|Cho, Young-Shin - CHONNAM NATL UNIV-KOREA|
|Park, Ro-Dong - CHONNAM NATL UNIV-KOREA|
|Kim, Yong-Woong - CHONNAM NATL UNIV-KOREA|
|Hwangbo, Hoon - CHONNAM NATL UNIV-KOREA|
|Jung, Woo-Jin - CHONNAM NATL UNIV-KOREA|
|Shu, Jang-Sun - NIAST-SUWON, KOREA|
|Koo, Bon-Sung - NIAB-SUWON, KOREA|
|Kim, Kil-Yong - CHONNAM NATL UNIV-KOREA|
Submitted to: Journal of Microbiology and Biotechnology
Publication Type: Peer Reviewed Journal
Publication Acceptance Date: August 30, 2003
Publication Date: December 1, 2003
Citation: Cho, Y., Park, R., Kim, Y., Hwangbo, H., Jung, W., Shu, J., Koo, B., Krishnan, H.B., Kim, K. 2003. Pqq-dependent organic acid production and effect on common bean growth by rhizobium tropici ciat 899. Journal of Microbiology and Biotechnology. 13:955-959. Interpretive Summary: Phosphorus, an essential mineral macronutrient, is required for maximum yield of agriculturally important crops. Soil contains only a small percentage of the total phosphorus in a soluble form. The rest is chemically bound in insoluble complexes (mineral phosphate). Farmers are thus asked to apply several-fold excess phosphorus fertilizers in order to overcome this problem. Rhizobium, a soil-dwelling bacterium, forms nodules on the roots of legume plants. The nodules are specialized structures where atmospheric nitrogen is fixed by the bacterium, which in turn, is utilized by legume plants for growth and development. This process is termed biological nitrogen fixation and it enables legumes, including soybeans to grow in nitrogen-poor soils. In this study, we have demonstrated that Rhizobium, in addition to providing the plants with reduced nitrogen, was also capable of solubilizing mineral phosphate into forms that can be utilized by plants for their growth and development. Information obtained from this basic study demonstrates that Rhizobium can be utilized as a potential biofertilizer. Farmers can benefit by reducing the use of expensive phosphorus fertilizers for promoting maximum yield of agriculturally important crops.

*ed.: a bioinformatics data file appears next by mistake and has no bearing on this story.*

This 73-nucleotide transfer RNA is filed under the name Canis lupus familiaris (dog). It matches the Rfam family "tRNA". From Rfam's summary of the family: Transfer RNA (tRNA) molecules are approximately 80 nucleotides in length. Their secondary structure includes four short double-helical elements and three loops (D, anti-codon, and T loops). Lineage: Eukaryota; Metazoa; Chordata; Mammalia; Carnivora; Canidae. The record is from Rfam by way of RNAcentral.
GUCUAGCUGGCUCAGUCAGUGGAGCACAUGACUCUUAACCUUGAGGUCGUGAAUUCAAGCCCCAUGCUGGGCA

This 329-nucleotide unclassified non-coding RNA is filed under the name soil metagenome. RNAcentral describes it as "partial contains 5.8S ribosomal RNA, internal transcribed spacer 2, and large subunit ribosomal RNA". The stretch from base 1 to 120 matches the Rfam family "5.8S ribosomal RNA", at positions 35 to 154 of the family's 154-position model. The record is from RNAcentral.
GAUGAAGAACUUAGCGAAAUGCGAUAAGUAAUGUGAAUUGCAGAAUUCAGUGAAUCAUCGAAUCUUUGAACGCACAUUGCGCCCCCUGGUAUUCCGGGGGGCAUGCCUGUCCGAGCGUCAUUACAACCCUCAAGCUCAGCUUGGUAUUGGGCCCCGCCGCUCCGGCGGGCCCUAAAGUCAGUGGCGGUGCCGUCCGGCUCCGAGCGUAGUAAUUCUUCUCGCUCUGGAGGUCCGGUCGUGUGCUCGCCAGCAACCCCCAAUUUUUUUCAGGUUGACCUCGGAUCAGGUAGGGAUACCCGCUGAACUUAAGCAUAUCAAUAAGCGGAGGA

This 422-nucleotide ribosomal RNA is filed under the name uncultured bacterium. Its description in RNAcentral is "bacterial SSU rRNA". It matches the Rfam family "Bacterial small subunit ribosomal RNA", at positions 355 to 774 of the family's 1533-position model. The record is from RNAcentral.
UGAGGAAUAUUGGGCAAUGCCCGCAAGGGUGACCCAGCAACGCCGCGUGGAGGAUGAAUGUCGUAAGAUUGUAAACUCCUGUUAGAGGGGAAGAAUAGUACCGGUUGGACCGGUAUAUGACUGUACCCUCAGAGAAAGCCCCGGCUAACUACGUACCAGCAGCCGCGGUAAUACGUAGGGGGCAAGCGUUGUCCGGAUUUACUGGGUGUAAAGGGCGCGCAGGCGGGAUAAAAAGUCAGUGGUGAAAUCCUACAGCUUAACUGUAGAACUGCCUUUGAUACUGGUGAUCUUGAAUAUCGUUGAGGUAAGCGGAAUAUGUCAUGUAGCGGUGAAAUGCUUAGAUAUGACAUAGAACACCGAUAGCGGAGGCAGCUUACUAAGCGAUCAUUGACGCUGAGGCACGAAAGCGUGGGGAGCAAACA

Technical Abstract: Rhizobium tropici CIAT 899 is capable of synthesizing inactive apo-glucose dehydrogenase (GDH). To become an active holo enzyme, GDH requires the cofactor pyrrolo quinoline quinone (PQQ). When R. tropici CIAT 899 was grown in a broth culture medium containing hydroxyapatite and PQQ, the pH decreased while the concentration of soluble phosphorous increased. The solubilization of hydroxyapatite was associated with the production of gluconic and 2-ketogluconic acids. The organic acid production and phosphate solubilization were much enhanced when the bacterium was grown with air supply. Effect of R. tropici CIAT 899 with (CI+PQQ) and without PQQ (CI) on the common bean growth was examined. Shoot and root weight, and N and P contents in the CI+PQQ treatment were significantly higher than those in the control and CI treatment. Nodule weight and acetylene reducing activities were also significantly higher in the CI+PQQ treatment than in other treatments.